Peace Valley Guest Ranch

The Peace Country is beautiful all together, but some places have reserved a particular, timeless beauty that seeps into your pores.  Such a place is the Peace Valley Guest Ranch, a haven of peace, quiet and nature maintained by the Allen family of Grimshaw, Alberta.  I’m going to use big pictures and few words to show you we were excited to visit the Ranch for  a watercolour retreat:

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The Ranch House (where guests enjoy superb meals made without electricity, dining by candlelight) is a 100 year old log structure that originally served as a post office.  Mail was delivered by steamboats via the Peace River.  In the evening, a fire is built in the yard and guests tuck in to hot biscuits and jam while taking in the moonlight, owls, bats, fireflies and northern lights.

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The ranch decor is authentic: the washtubs, saws and buckets are original to Peace Country settlements.

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Washstands and candlelight in the cabins recall simpler times, but the quilts, mattresses and pillows are luxurious for modern hips and heads.

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Lovely objects and flowers offer plenty of photography and painting opportunity.

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Friendly dogs greet guests and patrol the area for deer, cougars, bears… but mostly squirrels.

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The Peace River is vast and offers more material for artists.  The changing fog, clouds, and colours are a lifelong study.

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The river vista offers wonderful opportunity for wildlife viewing.  These young males had a splashing good time in the morning mist.

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The hills are never ending.  Keep an eye out for birds, saskatoons, wildflowers and elk.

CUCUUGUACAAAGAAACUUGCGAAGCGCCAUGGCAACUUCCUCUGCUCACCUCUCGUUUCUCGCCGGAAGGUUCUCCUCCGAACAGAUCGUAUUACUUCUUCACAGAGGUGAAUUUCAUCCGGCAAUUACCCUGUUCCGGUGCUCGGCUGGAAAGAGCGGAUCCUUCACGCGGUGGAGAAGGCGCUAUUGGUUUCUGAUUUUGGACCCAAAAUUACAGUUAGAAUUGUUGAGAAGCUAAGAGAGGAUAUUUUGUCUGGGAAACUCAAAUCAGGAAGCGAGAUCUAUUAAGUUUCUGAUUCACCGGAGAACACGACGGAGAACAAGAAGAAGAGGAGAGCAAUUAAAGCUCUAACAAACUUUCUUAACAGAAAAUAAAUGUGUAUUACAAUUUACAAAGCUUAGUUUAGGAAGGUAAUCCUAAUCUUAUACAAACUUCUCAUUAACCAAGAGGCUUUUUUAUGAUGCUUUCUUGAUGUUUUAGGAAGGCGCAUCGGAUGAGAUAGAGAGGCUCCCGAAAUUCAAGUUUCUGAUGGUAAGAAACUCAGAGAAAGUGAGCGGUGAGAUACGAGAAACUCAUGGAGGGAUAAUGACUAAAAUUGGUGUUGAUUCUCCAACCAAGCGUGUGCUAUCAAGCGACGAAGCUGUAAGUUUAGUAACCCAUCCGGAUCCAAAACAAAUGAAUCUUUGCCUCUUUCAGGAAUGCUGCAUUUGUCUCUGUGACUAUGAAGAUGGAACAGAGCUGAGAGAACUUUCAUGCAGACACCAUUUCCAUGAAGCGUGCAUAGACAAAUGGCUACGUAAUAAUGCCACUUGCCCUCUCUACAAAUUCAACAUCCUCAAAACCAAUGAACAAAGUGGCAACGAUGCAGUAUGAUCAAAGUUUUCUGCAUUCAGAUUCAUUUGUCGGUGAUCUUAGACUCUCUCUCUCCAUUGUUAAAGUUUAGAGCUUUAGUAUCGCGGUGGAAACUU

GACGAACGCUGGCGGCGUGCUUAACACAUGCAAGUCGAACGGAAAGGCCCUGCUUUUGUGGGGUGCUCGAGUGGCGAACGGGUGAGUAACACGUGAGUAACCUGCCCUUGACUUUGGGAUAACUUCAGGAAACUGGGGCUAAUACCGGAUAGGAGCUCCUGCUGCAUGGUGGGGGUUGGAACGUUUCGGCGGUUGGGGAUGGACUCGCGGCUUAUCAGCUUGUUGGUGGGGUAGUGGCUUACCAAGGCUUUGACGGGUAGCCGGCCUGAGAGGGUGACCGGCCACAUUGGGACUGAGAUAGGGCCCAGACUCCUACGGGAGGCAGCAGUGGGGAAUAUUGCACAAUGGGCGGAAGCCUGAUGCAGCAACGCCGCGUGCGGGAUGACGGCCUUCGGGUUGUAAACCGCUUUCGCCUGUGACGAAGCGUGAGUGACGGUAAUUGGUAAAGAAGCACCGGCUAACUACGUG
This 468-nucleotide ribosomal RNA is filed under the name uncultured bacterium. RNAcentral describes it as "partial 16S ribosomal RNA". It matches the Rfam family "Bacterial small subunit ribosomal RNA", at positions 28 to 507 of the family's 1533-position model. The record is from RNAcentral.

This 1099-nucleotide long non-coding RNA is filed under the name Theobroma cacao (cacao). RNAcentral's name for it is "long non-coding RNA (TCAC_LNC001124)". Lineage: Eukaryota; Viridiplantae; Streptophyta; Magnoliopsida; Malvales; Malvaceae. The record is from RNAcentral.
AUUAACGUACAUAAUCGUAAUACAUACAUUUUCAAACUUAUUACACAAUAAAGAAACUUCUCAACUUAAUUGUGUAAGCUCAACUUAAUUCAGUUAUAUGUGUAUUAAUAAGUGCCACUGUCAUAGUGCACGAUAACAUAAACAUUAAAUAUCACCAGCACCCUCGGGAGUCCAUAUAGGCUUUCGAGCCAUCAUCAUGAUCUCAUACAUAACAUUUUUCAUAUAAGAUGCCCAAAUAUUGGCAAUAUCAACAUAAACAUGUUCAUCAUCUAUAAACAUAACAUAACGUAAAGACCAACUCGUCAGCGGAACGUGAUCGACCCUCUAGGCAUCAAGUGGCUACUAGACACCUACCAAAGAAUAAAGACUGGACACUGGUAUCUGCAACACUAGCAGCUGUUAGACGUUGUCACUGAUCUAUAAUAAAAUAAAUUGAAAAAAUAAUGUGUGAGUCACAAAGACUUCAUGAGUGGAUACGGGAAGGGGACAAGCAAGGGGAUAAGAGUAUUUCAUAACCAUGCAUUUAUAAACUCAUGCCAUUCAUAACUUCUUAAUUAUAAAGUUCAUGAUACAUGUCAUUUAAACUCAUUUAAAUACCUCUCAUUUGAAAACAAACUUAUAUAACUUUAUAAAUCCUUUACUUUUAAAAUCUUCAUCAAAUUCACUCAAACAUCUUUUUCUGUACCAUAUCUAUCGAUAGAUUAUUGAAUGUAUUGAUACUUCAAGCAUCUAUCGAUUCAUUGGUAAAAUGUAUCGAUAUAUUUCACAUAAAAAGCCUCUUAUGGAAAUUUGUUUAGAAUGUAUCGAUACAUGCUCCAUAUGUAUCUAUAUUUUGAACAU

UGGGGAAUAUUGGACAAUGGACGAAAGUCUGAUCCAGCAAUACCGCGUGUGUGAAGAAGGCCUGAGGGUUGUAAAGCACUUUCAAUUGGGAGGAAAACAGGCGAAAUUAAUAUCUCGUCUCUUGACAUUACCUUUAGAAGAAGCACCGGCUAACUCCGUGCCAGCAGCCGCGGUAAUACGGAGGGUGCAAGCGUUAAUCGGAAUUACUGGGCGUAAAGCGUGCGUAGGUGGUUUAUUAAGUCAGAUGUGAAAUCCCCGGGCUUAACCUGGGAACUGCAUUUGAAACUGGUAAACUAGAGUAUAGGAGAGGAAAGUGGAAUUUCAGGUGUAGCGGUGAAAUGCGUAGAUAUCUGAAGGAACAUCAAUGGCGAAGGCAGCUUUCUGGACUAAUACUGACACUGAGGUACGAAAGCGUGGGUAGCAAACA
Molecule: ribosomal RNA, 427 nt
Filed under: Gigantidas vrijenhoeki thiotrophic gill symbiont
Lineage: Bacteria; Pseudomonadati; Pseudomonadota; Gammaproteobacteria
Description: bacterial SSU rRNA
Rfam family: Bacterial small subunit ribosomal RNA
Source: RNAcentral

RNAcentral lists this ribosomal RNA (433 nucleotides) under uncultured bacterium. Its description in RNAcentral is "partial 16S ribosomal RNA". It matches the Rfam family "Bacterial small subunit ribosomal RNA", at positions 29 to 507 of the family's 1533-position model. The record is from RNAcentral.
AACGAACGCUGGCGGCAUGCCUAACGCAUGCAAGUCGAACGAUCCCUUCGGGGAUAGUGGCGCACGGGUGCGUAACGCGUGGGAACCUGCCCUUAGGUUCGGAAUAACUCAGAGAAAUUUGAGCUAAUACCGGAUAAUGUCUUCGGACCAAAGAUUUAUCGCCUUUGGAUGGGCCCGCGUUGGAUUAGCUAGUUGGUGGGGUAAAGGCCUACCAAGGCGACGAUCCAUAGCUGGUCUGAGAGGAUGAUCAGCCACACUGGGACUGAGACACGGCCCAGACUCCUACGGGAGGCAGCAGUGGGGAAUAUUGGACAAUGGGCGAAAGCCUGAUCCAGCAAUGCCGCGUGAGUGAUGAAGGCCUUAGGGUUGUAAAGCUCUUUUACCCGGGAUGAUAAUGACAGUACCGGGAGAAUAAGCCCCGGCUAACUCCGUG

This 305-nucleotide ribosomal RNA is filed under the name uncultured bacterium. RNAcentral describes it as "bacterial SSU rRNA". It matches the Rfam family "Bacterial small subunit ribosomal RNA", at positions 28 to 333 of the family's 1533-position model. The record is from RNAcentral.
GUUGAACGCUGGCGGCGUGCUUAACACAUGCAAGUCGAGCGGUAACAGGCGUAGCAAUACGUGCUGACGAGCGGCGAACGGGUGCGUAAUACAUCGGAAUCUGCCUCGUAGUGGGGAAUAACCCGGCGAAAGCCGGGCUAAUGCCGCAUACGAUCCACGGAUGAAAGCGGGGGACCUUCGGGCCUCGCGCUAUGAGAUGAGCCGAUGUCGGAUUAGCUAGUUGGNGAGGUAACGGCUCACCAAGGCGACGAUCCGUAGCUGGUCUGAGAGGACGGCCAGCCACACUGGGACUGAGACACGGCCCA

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Two hours riding in the glorious hills, drinking in sweet warm air in vast, peaceful landscapes is simply incredible.  Imagine in this picture the soft thud of horses’ hooves, the squeak of leather, the gentle walk of a creature who knows its job well… on this ride we saw billowing clouds, distant lightning, and a rainbow.

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Painting Expedition

Wind.  Rain.  Just really cold.  Welcome to painting in the great Alberta outdoors!  Still, it must be done.  This is really good for bulking up one’s artistic know how.  The thrill of painting in the elements is unmatched by any studio experience.  The paint and paper and water doing uncharacteristic things builds patience, technical skill, and the acceptance of mistakes…  sigh.  The practice is what makes it perfect.  This is our first plein air expedition of 2019.

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Painting at a local pond along the highway and railway tracks, there isn’t much to choose from as far as subject matter goes.  The train was colourful and horizontal.  Judy managed to fit the historic NAR building in as well.  Actually, just now there is quite a dirt pile around the building, which is still under construction, so we have both made the dirt browns a little nicer than they are.  Both Carolyn’s and Judy’s sketches are done in pen, then painted with Cass watercolourcolours.

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It always helps to have a critic.  Once the camera started coming out Pip took off for a walk around the pond.  Spying a muskrat, he jumped in the water up to his belly and enjoyed himself very much.

A Sunset Drive

Actually, it began as an afternoon walk with Yorkie and Beagle, and then the sun began to set because it was 4 p.m. in Northern Alberta.  As we drove down the road we had just walked on, the low light made rainbow sun dogs out in the field.  The deepening of the colours was the fading of the day’s last warmth.

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And the sun is down within ten minutes. No more sun dogs, no more walking dogs.  Time to see about supper!

Outdoor Art

‘Tis the season to pack up the knapsack and roam without a care, painting with ease all day while roaming the friendly outdoors, returning at end of day with charming sketches and, indeed, spontaneous masterpieces…

Reality check.  Ants.  Wind drying up your wash.  Sunlight glare.  Mosquitoes.  Falling debris.  Sitting on rocks.  Sunburn, stiffness, moving light source, spiders, curious onlookers.

“Outdoor painting is &%#@! hard!”

What a pleasure to hear someone else voice one’s frustration 🙂

Outdoor painting is not indoor painting.

After a couple of hours of annoying myself with a rose bush (I don’t paint flowers well at the best of times; why would I choose such a subject for outdoor painting?!), sketching with some wild, heavy lines was a restorative action.  Here’s my 30 second sketch of Pippie, who knows looking for gophers is a far better way to spend some time outside.

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